Blanche of France, Duchess of Orléans

For other people with the same name, see Blanche of France.
Blanche of France
Duchess of Orléans

Tomb of Blanche in Notre-Dame
Tenure 1345–1376
Born (1328-04-01)1 April 1328
Died 8 February 1382(1382-02-08) (aged 53)
Burial Basilica of St Denis
Spouse Philip, Duke of Orléans
House Capet
Father Charles IV of France
Mother Jeanne d'Évreux

Blanche of France (1 April 1328 8 February 1382) was the posthumous daughter of King Charles IV of France and his third wife Jeanne d'Évreux.


As with his brother before him, Charles IV died without a male heir, thus ending the direct line of the House of Capet. Twelve years earlier, a rule against succession by females, arguably derived from the Salic law, had been recognized as controlling succession to the French throne. Application of this rule barred Charles' 1-year-old daughter Mary from succeeding as the monarch.

Jeanne was also pregnant at the time of his death. Since it could have been possible that she would give birth to a son, a regency was set up with the heir presumptive Philip of Valois, a member of the House of Valois (the next-most-senior branch of the Capetian dynasty), being the regent. After two months, Jeanne gave birth to Blanche. The regent thus became the King and in May was consecrated and crowned Philip VI. At this time, a further rule of succession, again arguably based on the Salic law, was recognized as forbidding not only inheritance by a woman, but also inheritance through a female line.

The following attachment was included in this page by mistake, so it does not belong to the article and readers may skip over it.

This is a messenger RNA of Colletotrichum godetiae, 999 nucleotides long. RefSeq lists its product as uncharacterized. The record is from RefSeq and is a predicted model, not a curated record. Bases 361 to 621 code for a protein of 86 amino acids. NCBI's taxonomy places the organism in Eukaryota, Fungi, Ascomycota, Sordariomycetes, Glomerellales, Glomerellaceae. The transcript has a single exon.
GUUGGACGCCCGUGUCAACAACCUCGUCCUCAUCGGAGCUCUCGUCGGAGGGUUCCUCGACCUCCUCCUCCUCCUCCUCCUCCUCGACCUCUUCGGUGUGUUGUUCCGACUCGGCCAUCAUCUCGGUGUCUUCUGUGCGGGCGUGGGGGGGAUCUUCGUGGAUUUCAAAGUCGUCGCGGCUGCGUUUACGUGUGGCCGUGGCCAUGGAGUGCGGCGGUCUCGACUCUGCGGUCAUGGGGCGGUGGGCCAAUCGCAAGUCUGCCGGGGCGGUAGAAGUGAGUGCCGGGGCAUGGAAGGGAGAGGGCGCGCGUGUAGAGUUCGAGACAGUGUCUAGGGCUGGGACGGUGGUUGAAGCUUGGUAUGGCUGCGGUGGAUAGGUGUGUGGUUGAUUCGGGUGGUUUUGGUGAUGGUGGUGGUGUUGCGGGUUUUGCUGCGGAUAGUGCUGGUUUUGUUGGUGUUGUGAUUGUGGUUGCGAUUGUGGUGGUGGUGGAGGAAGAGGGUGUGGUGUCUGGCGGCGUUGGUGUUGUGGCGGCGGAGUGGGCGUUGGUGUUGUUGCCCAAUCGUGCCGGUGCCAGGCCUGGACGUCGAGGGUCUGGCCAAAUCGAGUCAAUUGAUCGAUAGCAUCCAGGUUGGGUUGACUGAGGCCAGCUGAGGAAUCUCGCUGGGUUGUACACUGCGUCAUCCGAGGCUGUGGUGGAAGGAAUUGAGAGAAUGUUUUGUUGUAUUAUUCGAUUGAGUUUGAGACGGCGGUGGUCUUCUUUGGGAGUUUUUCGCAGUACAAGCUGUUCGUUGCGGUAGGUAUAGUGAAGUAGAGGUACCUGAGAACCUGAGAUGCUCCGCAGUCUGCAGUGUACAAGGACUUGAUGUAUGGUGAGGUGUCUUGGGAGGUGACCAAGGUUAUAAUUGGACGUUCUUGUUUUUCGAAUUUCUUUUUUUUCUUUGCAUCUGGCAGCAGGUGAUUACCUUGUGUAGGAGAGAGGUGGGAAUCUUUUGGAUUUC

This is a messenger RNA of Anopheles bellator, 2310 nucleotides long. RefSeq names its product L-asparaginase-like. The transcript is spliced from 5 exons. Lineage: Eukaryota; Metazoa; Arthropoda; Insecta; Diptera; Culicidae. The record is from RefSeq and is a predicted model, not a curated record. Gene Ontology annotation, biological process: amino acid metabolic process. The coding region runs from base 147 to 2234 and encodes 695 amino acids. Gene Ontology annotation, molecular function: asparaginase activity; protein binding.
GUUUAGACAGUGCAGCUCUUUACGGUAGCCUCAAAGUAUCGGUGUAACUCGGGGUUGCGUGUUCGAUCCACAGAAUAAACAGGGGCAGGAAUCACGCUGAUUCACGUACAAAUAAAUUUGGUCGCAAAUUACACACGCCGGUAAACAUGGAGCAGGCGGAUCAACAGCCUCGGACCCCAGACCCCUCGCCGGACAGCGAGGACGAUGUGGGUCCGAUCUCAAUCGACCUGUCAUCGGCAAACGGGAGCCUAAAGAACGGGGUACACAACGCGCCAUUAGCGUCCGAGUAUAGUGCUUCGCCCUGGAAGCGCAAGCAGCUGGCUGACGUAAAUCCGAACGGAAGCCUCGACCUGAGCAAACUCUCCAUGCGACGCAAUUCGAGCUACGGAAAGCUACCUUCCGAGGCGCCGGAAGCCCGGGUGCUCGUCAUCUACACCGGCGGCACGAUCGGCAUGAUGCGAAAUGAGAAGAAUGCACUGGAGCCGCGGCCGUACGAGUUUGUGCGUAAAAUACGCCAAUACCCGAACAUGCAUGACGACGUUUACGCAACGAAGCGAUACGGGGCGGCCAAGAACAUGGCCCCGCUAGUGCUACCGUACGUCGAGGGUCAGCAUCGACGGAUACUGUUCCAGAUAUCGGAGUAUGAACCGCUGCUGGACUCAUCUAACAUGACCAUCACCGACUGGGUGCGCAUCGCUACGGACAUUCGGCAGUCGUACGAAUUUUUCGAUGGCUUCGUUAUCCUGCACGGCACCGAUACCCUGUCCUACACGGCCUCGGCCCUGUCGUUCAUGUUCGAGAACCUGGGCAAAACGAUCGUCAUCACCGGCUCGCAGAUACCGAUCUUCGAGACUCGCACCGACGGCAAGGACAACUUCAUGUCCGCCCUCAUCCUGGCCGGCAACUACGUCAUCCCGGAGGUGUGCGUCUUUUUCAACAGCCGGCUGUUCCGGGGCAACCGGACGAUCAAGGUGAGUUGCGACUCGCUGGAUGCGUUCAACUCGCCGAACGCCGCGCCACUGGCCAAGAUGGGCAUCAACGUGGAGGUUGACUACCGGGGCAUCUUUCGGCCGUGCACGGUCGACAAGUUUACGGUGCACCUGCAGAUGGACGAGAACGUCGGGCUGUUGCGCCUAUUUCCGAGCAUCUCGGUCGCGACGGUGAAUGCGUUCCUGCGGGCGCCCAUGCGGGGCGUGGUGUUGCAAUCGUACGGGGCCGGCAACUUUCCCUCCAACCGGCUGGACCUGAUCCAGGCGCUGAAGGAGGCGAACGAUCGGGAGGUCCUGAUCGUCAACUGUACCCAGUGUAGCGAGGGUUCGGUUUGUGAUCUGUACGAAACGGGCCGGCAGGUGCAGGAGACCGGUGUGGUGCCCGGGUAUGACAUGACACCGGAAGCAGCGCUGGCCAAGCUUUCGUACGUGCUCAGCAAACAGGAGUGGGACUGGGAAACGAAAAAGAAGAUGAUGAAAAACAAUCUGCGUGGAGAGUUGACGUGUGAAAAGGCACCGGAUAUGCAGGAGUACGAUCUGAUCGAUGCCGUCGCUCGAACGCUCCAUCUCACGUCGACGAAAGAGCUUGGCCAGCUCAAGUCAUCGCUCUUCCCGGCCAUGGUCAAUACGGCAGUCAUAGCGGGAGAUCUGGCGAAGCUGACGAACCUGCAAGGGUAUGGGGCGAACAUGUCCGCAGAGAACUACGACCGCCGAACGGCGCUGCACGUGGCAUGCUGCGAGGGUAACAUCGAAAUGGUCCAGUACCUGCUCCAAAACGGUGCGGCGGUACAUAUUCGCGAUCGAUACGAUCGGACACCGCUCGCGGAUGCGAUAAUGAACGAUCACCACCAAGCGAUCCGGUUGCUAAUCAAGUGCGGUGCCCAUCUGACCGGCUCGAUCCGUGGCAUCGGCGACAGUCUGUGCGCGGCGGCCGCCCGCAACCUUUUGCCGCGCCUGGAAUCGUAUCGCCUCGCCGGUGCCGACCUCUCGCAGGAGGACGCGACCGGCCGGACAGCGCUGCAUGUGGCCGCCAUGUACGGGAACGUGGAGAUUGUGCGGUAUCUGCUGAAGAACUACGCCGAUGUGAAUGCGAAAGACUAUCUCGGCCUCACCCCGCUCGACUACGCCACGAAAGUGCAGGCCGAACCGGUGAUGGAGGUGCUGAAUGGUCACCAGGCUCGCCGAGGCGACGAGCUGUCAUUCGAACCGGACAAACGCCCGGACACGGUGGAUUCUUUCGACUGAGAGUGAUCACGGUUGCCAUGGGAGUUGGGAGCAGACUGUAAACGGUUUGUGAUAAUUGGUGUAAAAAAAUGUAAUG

Blanche married on 8 January 1345 her cousin Philip, Duke of Orléans (1336–1375), son of King Philip VI of France and Queen Joan the Lame. They had no children but Philip had illegitimate children. He had died in 1376, his title and lands returning to the royal domain.

Blanche died in 1382 and is buried in the chapel of Notre-Dame in the Basilica of St Denis.[1]

Family tree


This article is issued from Wikipedia - version of the 10/19/2016. The text is available under the Creative Commons Attribution/Share Alike but additional terms may apply for the media files.